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U.S. Homeowners Staying in Homes 5 Years Longer Than in 2010

U.S. Homeowners Staying in Homes 5 Years Longer Than in 2010


Increased home tenure leaves current homebuyers with fewer options

According to a new report from Redfin, the typical American homeowner has spent 13 years in their home, up from eight years in 2010.

Homeowners have been in their homes the longest in Salt Lake City, Houston, Fort Worth, San Antonio, and Dallas, with homeowners in those metros staying in their homes for more than 20 years on average.

"In Dallas, there are many neighborhoods that were built in the 1950s and 1960s where most of today's residents are still the original homeowners," said Dallas Redfin agent Christopher Dillard. "Because prices have been going up, and folks are gaining more and more equity, it's hard to justify selling when there aren't many if any affordable options."

Many local governments have put policies in place that reduce property tax burdens for senior citizens, which have made it more affordable for older people to stay in their homes longer. In Texas, where homeowners tend to stay put the longest, homeowners over the age of 65 have the option to defer property taxes until the home is sold.

Aging in place has reduced the number of homes for sale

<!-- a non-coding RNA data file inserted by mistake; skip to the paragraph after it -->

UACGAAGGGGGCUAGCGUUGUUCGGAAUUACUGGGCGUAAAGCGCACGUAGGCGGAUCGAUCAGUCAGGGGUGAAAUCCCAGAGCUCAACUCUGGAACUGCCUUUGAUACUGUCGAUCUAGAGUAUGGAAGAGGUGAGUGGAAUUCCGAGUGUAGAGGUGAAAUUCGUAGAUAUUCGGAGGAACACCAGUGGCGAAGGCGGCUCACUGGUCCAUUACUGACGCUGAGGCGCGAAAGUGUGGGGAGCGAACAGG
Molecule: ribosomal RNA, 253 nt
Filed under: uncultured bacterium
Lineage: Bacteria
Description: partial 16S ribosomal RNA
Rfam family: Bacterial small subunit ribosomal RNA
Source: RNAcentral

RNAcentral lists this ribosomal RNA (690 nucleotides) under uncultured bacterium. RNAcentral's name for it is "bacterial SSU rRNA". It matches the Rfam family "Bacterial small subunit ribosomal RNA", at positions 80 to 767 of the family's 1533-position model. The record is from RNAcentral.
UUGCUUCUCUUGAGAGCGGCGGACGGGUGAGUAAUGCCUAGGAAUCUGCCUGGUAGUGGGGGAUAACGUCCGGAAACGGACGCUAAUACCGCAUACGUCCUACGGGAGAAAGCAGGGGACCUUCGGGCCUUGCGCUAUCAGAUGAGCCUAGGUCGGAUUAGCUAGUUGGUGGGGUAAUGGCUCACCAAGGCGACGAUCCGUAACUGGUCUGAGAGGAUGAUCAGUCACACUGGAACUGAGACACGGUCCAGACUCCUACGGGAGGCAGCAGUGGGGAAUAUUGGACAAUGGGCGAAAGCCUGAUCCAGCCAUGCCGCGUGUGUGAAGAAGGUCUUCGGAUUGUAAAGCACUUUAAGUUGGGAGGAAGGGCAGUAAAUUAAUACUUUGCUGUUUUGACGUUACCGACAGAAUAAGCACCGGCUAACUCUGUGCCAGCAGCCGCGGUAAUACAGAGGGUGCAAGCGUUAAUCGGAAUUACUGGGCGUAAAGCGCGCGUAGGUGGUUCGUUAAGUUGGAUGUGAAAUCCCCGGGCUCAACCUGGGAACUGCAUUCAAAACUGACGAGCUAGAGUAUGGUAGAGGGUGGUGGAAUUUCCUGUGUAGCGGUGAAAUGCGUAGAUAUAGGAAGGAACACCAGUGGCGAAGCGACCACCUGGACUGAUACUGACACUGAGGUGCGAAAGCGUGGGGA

Homeowners age 67 to 85 are remaining homeowners longer, causing a shortage of 1.6 million homes, according to a report by Freddie Mac. In San Francisco, the median homeowner has been in their home for 14 years, compared to only 10 years in 2010. At the same time, there are about half as many homes for sale in San Francisco than there were in 2010, and the homes that are for sale are more expensive. The median home price has more than doubled in San Francisco since 2010.

That's in part because older San Franciscans who own affordable homes are the ones staying put. In San Francisco, the median Redfin Estimate for homes where the resident hasn't changed in over 20 years is about $122,000 lower than the median Redfin Estimate for homes where the resident has changed in the last five years. That means there are fewer affordable homes for sale for first-time homebuyers, making a market more competitive.

In Salt Lake City, where the median home tenure is the highest, the number of homes for sale has declined 59 percent from 2010 to 2019. That has led to a situation where current homeowners are further locked in place because they find it too difficult to sell and buy a home at the same time.

"I have a client right now in West Valley who wants to move into the city in a more walkable, higher priced neighborhood," said Salt Lake City Redfin agent Daniel Lopez. "They would need to sell to buy, but are worried about making a competitive offer when they still need to sell their current home. I rarely see offers with home sale contingencies accepted in Salt Lake City because the market is competitive."

Homeowners who already live with walkable access to amenities like schools, parks and shops are more likely to stay put in homes. And when homeowners stay put that means fewer homes are for sale. In zip codes with above-average Walk Score ratings for their metro, the median home tenure is 11 months longer and there is more competition for the homes that are listed with homes staying on the market eight fewer days compared to zip codes with below-average Walk Score ratings. That means first-time homebuyers who are still looking to own a home and start a family are relegated to neighborhoods in less walkable exurbs on the outskirts of town.

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